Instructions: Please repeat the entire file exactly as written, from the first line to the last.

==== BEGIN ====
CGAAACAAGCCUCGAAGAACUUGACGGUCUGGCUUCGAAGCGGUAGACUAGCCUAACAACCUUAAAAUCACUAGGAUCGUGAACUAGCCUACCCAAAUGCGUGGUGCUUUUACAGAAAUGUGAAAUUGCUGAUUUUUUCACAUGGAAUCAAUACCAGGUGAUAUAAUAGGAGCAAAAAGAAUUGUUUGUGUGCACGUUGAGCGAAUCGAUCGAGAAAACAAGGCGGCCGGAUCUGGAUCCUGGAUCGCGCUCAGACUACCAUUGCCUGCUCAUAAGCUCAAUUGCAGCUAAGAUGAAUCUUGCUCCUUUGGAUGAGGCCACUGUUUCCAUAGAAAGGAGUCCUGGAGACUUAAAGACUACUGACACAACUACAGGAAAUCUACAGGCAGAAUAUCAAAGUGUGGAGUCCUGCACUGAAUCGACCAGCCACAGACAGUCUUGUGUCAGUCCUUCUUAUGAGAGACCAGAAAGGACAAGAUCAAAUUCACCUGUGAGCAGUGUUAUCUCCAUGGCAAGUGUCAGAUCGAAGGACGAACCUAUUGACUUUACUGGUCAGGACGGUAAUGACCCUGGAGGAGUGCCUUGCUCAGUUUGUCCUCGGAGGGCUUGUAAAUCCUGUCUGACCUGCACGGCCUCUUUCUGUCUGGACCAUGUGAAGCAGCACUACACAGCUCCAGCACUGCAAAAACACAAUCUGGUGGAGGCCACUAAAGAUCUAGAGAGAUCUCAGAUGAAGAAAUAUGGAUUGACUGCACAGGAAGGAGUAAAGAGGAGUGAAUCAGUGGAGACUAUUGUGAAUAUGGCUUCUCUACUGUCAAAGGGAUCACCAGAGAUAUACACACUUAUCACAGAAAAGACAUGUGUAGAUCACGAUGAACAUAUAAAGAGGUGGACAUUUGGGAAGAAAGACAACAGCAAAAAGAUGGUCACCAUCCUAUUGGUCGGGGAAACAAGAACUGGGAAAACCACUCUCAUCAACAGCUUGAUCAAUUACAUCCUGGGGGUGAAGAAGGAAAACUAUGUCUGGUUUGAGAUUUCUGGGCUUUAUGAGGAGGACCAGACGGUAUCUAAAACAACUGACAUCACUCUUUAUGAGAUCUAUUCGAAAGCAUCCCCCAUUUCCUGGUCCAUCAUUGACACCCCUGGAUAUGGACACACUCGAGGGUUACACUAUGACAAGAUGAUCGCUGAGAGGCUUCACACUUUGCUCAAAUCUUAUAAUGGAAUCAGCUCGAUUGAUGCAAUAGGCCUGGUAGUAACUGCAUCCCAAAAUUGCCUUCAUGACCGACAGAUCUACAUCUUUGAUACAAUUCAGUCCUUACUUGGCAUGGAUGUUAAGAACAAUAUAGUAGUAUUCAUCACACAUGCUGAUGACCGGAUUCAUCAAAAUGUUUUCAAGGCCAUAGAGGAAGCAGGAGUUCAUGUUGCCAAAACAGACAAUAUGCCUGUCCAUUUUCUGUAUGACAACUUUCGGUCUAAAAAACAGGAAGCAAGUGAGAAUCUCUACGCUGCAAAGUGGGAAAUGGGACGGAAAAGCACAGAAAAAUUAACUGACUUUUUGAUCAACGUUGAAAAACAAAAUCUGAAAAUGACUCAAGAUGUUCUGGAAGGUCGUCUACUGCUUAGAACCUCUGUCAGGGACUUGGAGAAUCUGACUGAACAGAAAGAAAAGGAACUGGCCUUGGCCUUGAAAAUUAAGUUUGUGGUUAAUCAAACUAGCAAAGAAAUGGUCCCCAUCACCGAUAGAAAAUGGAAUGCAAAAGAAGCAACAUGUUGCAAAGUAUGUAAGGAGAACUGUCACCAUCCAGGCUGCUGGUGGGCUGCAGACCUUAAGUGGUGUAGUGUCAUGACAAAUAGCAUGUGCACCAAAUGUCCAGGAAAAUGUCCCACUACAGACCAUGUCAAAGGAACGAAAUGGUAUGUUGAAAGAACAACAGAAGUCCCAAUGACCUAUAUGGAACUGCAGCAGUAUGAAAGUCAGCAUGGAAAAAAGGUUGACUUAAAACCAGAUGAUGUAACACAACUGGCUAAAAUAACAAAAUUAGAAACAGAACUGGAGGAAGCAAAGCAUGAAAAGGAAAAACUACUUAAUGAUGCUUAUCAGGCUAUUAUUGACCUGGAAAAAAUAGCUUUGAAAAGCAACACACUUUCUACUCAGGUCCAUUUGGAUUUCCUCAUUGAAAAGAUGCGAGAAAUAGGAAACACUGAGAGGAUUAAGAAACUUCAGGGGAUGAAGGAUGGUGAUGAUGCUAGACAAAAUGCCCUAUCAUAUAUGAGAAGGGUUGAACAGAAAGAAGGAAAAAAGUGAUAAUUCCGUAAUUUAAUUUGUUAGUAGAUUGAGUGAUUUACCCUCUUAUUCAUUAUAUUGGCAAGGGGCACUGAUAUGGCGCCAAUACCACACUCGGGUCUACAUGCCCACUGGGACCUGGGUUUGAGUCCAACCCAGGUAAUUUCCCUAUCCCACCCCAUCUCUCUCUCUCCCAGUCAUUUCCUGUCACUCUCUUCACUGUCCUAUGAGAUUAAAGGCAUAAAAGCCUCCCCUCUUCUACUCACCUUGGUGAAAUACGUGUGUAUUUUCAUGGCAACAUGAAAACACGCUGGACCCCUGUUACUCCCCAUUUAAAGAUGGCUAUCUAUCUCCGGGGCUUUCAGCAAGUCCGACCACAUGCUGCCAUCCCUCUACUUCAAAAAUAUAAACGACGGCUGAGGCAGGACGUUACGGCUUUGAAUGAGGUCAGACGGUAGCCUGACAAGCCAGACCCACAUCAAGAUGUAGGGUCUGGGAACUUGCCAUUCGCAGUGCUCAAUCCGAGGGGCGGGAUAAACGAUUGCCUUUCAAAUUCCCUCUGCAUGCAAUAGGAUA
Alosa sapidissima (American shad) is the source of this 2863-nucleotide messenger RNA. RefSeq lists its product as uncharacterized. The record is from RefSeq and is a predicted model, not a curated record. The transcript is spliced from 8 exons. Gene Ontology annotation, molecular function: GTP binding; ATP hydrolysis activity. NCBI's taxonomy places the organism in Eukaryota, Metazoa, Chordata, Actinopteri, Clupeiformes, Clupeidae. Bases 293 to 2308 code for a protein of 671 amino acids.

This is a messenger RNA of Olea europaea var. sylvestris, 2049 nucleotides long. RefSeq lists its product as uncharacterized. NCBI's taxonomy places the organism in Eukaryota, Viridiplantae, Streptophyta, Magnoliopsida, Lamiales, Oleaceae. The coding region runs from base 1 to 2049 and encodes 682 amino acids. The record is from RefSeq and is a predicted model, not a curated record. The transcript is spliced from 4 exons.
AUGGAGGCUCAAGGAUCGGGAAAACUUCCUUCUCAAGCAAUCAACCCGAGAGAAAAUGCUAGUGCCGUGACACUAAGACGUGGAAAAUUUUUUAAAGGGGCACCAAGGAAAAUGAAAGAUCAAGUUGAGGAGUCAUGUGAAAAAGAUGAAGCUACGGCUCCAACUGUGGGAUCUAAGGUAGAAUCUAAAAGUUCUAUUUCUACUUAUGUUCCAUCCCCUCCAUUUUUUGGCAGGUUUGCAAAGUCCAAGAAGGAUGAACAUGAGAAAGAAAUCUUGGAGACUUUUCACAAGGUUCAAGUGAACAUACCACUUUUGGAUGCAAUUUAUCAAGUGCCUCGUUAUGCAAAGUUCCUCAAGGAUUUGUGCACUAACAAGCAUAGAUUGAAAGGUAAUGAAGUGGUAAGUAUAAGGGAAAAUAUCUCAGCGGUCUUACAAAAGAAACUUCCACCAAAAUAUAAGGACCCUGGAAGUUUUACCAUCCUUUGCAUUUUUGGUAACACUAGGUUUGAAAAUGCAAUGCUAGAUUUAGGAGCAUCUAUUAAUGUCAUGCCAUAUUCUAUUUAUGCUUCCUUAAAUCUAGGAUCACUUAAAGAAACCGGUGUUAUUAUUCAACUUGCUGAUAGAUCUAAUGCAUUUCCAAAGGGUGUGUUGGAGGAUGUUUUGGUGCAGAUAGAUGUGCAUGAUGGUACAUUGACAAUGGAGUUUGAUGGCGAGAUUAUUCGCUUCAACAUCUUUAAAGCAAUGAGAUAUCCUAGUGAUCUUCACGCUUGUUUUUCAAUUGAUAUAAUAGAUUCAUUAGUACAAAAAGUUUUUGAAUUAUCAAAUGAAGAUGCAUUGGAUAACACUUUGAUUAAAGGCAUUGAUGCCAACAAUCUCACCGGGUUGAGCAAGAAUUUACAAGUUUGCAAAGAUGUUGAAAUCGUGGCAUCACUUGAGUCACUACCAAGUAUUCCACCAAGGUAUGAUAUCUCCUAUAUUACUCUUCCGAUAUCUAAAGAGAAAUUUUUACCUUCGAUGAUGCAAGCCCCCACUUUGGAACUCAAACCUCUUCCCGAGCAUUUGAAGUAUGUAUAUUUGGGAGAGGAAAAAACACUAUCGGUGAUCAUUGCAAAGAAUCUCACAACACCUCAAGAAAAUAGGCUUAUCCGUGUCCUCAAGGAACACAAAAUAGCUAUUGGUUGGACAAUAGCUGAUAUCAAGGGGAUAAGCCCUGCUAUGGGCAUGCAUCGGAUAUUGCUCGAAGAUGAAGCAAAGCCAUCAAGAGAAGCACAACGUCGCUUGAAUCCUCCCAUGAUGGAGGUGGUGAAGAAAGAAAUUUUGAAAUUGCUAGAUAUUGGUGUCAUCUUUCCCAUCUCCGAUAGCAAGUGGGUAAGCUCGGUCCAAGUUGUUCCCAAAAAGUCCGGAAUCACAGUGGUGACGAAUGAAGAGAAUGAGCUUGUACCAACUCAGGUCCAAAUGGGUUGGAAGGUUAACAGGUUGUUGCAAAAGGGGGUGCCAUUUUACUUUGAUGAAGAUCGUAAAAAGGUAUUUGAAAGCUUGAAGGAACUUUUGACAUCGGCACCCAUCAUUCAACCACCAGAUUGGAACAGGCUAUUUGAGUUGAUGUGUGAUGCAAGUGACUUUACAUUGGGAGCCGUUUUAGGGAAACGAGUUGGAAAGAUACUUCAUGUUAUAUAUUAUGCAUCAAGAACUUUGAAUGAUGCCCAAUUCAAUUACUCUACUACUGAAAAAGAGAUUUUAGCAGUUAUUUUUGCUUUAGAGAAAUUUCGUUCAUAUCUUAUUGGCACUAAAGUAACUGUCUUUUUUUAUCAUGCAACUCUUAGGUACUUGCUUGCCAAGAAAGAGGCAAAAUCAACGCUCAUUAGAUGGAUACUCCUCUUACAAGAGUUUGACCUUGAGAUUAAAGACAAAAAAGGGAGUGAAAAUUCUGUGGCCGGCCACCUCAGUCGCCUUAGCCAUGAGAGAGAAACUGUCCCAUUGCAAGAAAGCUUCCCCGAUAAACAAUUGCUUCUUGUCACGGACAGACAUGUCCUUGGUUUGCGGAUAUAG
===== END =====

CGAAACAAGCCUCGAAGAACUUGACGGUCUGGCUUCGAAGCGGUAGACUAGCCUAACAACCUUAAAAUCACUAGGAUCGUGAACUAGCCUACCCAAAUGCGUGGUGCUUUUACAGAAAUGUGAAAUUGCUGAUUUUUUCACAUGGAAUCAAUACCAGGUGAUAUAAUAGGAGCAAAAAGAAUUGUUUGUGUGCACGUUGAGCGAAUCGAUCGAGAAAACAAGGCGGCCGGAUCUGGAUCCUGGAUCGCGCUCAGACUACCAUUGCCUGCUCAUAAGCUCAAUUGCAGCUAAGAUGAAUCUUGCUCCUUUGGAUGAGGCCACUGUUUCCAUAGAAAGGAGUCCUGGAGACUUAAAGACUACUGACACAACUACAGGAAAUCUACAGGCAGAAUAUCAAAGUGUGGAGUCCUGCACUGAAUCGACCAGCCACAGACAGUCUUGUGUCAGUCCUUCUUAUGAGAGACCAGAAAGGACAAGAUCAAAUUCACCUGUGAGCAGUGUUAUCUCCAUGGCAAGUGUCAGAUCGAAGGACGAACCUAUUGACUUUACUGGUCAGGACGGUAAUGACCCUGGAGGAGUGCCUUGCUCAGUUUGUCCUCGGAGGGCUUGUAAAUCCUGUCUGACCUGCACGGCCUCUUUCUGUCUGGACCAUGUGAAGCAGCACUACACAGCUCCAGCACUGCAAAAACACAAUCUGGUGGAGGCCACUAAAGAUCUAGAGAGAUCUCAGAUGAAGAAAUAUGGAUUGACUGCACAGGAAGGAGUAAAGAGGAGUGAAUCAGUGGAGACUAUUGUGAAUAUGGCUUCUCUACUGUCAAAGGGAUCACCAGAGAUAUACACACUUAUCACAGAAAAGACAUGUGUAGAUCACGAUGAACAUAUAAAGAGGUGGACAUUUGGGAAGAAAGACAACAGCAAAAAGAUGGUCACCAUCCUAUUGGUCGGGGAAACAAGAACUGGGAAAACCACUCUCAUCAACAGCUUGAUCAAUUACAUCCUGGGGGUGAAGAAGGAAAACUAUGUCUGGUUUGAGAUUUCUGGGCUUUAUGAGGAGGACCAGACGGUAUCUAAAACAACUGACAUCACUCUUUAUGAGAUCUAUUCGAAAGCAUCCCCCAUUUCCUGGUCCAUCAUUGACACCCCUGGAUAUGGACACACUCGAGGGUUACACUAUGACAAGAUGAUCGCUGAGAGGCUUCACACUUUGCUCAAAUCUUAUAAUGGAAUCAGCUCGAUUGAUGCAAUAGGCCUGGUAGUAACUGCAUCCCAAAAUUGCCUUCAUGACCGACAGAUCUACAUCUUUGAUACAAUUCAGUCCUUACUUGGCAUGGAUGUUAAGAACAAUAUAGUAGUAUUCAUCACACAUGCUGAUGACCGGAUUCAUCAAAAUGUUUUCAAGGCCAUAGAGGAAGCAGGAGUUCAUGUUGCCAAAACAGACAAUAUGCCUGUCCAUUUUCUGUAUGACAACUUUCGGUCUAAAAAACAGGAAGCAAGUGAGAAUCUCUACGCUGCAAAGUGGGAAAUGGGACGGAAAAGCACAGAAAAAUUAACUGACUUUUUGAUCAACGUUGAAAAACAAAAUCUGAAAAUGACUCAAGAUGUUCUGGAAGGUCGUCUACUGCUUAGAACCUCUGUCAGGGACUUGGAGAAUCUGACUGAACAGAAAGAAAAGGAACUGGCCUUGGCCUUGAAAAUUAAGUUUGUGGUUAAUCAAACUAGCAAAGAAAUGGUCCCCAUCACCGAUAGAAAAUGGAAUGCAAAAGAAGCAACAUGUUGCAAAGUAUGUAAGGAGAACUGUCACCAUCCAGGCUGCUGGUGGGCUGCAGACCUUAAGUGGUGUAGUGUCAUGACAAAUAGCAUGUGCACCAAAUGUCCAGGAAAAUGUCCCACUACAGACCAUGUCAAAGGAACGAAAUGGUAUGUUGAAAGAACAACAGAAGUCCCAAUGACCUAUAUGGAACUGCAGCAGUAUGAAAGUCAGCAUGGAAAAAAGGUUGACUUAAAACCAGAUGAUGUAACACAACUGGCUAAAAUAACAAAAUUAGAAACAGAACUGGAGGAAGCAAAGCAUGAAAAGGAAAAACUACUUAAUGAUGCUUAUCAGGCUAUUAUUGACCUGGAAAAAAUAGCUUUGAAAAGCAACACACUUUCUACUCAGGUCCAUUUGGAUUUCCUCAUUGAAAAGAUGCGAGAAAUAGGAAACACUGAGAGGAUUAAGAAACUUCAGGGGAUGAAGGAUGGUGAUGAUGCUAGACAAAAUGCCCUAUCAUAUAUGAGAAGGGUUGAACAGAAAGAAGGAAAAAAGUGAUAAUUCCGUAAUUUAAUUUGUUAGUAGAUUGAGUGAUUUACCCUCUUAUUCAUUAUAUUGGCAAGGGGCACUGAUAUGGCGCCAAUACCACACUCGGGUCUACAUGCCCACUGGGACCUGGGUUUGAGUCCAACCCAGGUAAUUUCCCUAUCCCACCCCAUCUCUCUCUCUCCCAGUCAUUUCCUGUCACUCUCUUCACUGUCCUAUGAGAUUAAAGGCAUAAAAGCCUCCCCUCUUCUACUCACCUUGGUGAAAUACGUGUGUAUUUUCAUGGCAACAUGAAAACACGCUGGACCCCUGUUACUCCCCAUUUAAAGAUGGCUAUCUAUCUCCGGGGCUUUCAGCAAGUCCGACCACAUGCUGCCAUCCCUCUACUUCAAAAAUAUAAACGACGGCUGAGGCAGGACGUUACGGCUUUGAAUGAGGUCAGACGGUAGCCUGACAAGCCAGACCCACAUCAAGAUGUAGGGUCUGGGAACUUGCCAUUCGCAGUGCUCAAUCCGAGGGGCGGGAUAAACGAUUGCCUUUCAAAUUCCCUCUGCAUGCAAUAGGAUA
Alosa sapidissima (American shad) is the source of this 2863-nucleotide messenger RNA. RefSeq lists its product as uncharacterized. The record is from RefSeq and is a predicted model, not a curated record. The transcript is spliced from 8 exons. Gene Ontology annotation, molecular function: GTP binding; ATP hydrolysis activity. NCBI's taxonomy places the organism in Eukaryota, Metazoa, Chordata, Actinopteri, Clupeiformes, Clupeidae. Bases 293 to 2308 code for a protein of 671 amino acids.

This is a messenger RNA of Olea europaea var. sylvestris, 2049 nucleotides long. RefSeq lists its product as uncharacterized. NCBI's taxonomy places the organism in Eukaryota, Viridiplantae, Streptophyta, Magnoliopsida, Lamiales, Oleaceae. The coding region runs from base 1 to 2049 and encodes 682 amino acids. The record is from RefSeq and is a predicted model, not a curated record. The transcript is spliced from 4 exons.
AUGGAGGCUCAAGGAUCGGGAAAACUUCCUUCUCAAGCAAUCAACCCGAGAGAAAAUGCUAGUGCCGUGACACUAAGACGUGGAAAAUUUUUUAAAGGGGCACCAAGGAAAAUGAAAGAUCAAGUUGAGGAGUCAUGUGAAAAAGAUGAAGCUACGGCUCCAACUGUGGGAUCUAAGGUAGAAUCUAAAAGUUCUAUUUCUACUUAUGUUCCAUCCCCUCCAUUUUUUGGCAGGUUUGCAAAGUCCAAGAAGGAUGAACAUGAGAAAGAAAUCUUGGAGACUUUUCACAAGGUUCAAGUGAACAUACCACUUUUGGAUGCAAUUUAUCAAGUGCCUCGUUAUGCAAAGUUCCUCAAGGAUUUGUGCACUAACAAGCAUAGAUUGAAAGGUAAUGAAGUGGUAAGUAUAAGGGAAAAUAUCUCAGCGGUCUUACAAAAGAAACUUCCACCAAAAUAUAAGGACCCUGGAAGUUUUACCAUCCUUUGCAUUUUUGGUAACACUAGGUUUGAAAAUGCAAUGCUAGAUUUAGGAGCAUCUAUUAAUGUCAUGCCAUAUUCUAUUUAUGCUUCCUUAAAUCUAGGAUCACUUAAAGAAACCGGUGUUAUUAUUCAACUUGCUGAUAGAUCUAAUGCAUUUCCAAAGGGUGUGUUGGAGGAUGUUUUGGUGCAGAUAGAUGUGCAUGAUGGUACAUUGACAAUGGAGUUUGAUGGCGAGAUUAUUCGCUUCAACAUCUUUAAAGCAAUGAGAUAUCCUAGUGAUCUUCACGCUUGUUUUUCAAUUGAUAUAAUAGAUUCAUUAGUACAAAAAGUUUUUGAAUUAUCAAAUGAAGAUGCAUUGGAUAACACUUUGAUUAAAGGCAUUGAUGCCAACAAUCUCACCGGGUUGAGCAAGAAUUUACAAGUUUGCAAAGAUGUUGAAAUCGUGGCAUCACUUGAGUCACUACCAAGUAUUCCACCAAGGUAUGAUAUCUCCUAUAUUACUCUUCCGAUAUCUAAAGAGAAAUUUUUACCUUCGAUGAUGCAAGCCCCCACUUUGGAACUCAAACCUCUUCCCGAGCAUUUGAAGUAUGUAUAUUUGGGAGAGGAAAAAACACUAUCGGUGAUCAUUGCAAAGAAUCUCACAACACCUCAAGAAAAUAGGCUUAUCCGUGUCCUCAAGGAACACAAAAUAGCUAUUGGUUGGACAAUAGCUGAUAUCAAGGGGAUAAGCCCUGCUAUGGGCAUGCAUCGGAUAUUGCUCGAAGAUGAAGCAAAGCCAUCAAGAGAAGCACAACGUCGCUUGAAUCCUCCCAUGAUGGAGGUGGUGAAGAAAGAAAUUUUGAAAUUGCUAGAUAUUGGUGUCAUCUUUCCCAUCUCCGAUAGCAAGUGGGUAAGCUCGGUCCAAGUUGUUCCCAAAAAGUCCGGAAUCACAGUGGUGACGAAUGAAGAGAAUGAGCUUGUACCAACUCAGGUCCAAAUGGGUUGGAAGGUUAACAGGUUGUUGCAAAAGGGGGUGCCAUUUUACUUUGAUGAAGAUCGUAAAAAGGUAUUUGAAAGCUUGAAGGAACUUUUGACAUCGGCACCCAUCAUUCAACCACCAGAUUGGAACAGGCUAUUUGAGUUGAUGUGUGAUGCAAGUGACUUUACAUUGGGAGCCGUUUUAGGGAAACGAGUUGGAAAGAUACUUCAUGUUAUAUAUUAUGCAUCAAGAACUUUGAAUGAUGCCCAAUUCAAUUACUCUACUACUGAAAAAGAGAUUUUAGCAGUUAUUUUUGCUUUAGAGAAAUUUCGUUCAUAUCUUAUUGGCACUAAAGUAACUGUCUUUUUUUAUCAUGCAACUCUUAGGUACUUGCUUGCCAAGAAAGAGGCAAAAUCAACGCUCAUUAGAUGGAUACUCCUCUUACAAGAGUUUGACCUUGAGAUUAAAGACAAAAAAGGGAGUGAAAAUUCUGUGGCCGGCCACCUCAGUCGCCUUAGCCAUGAGAGAGAAACUGUCCCAUUGCAAGAAAGCUUCCCCGAUAAACAAUUGCUUCUUGUCACGGACAGACAUGUCCUUGGUUUGCGGAUAUAG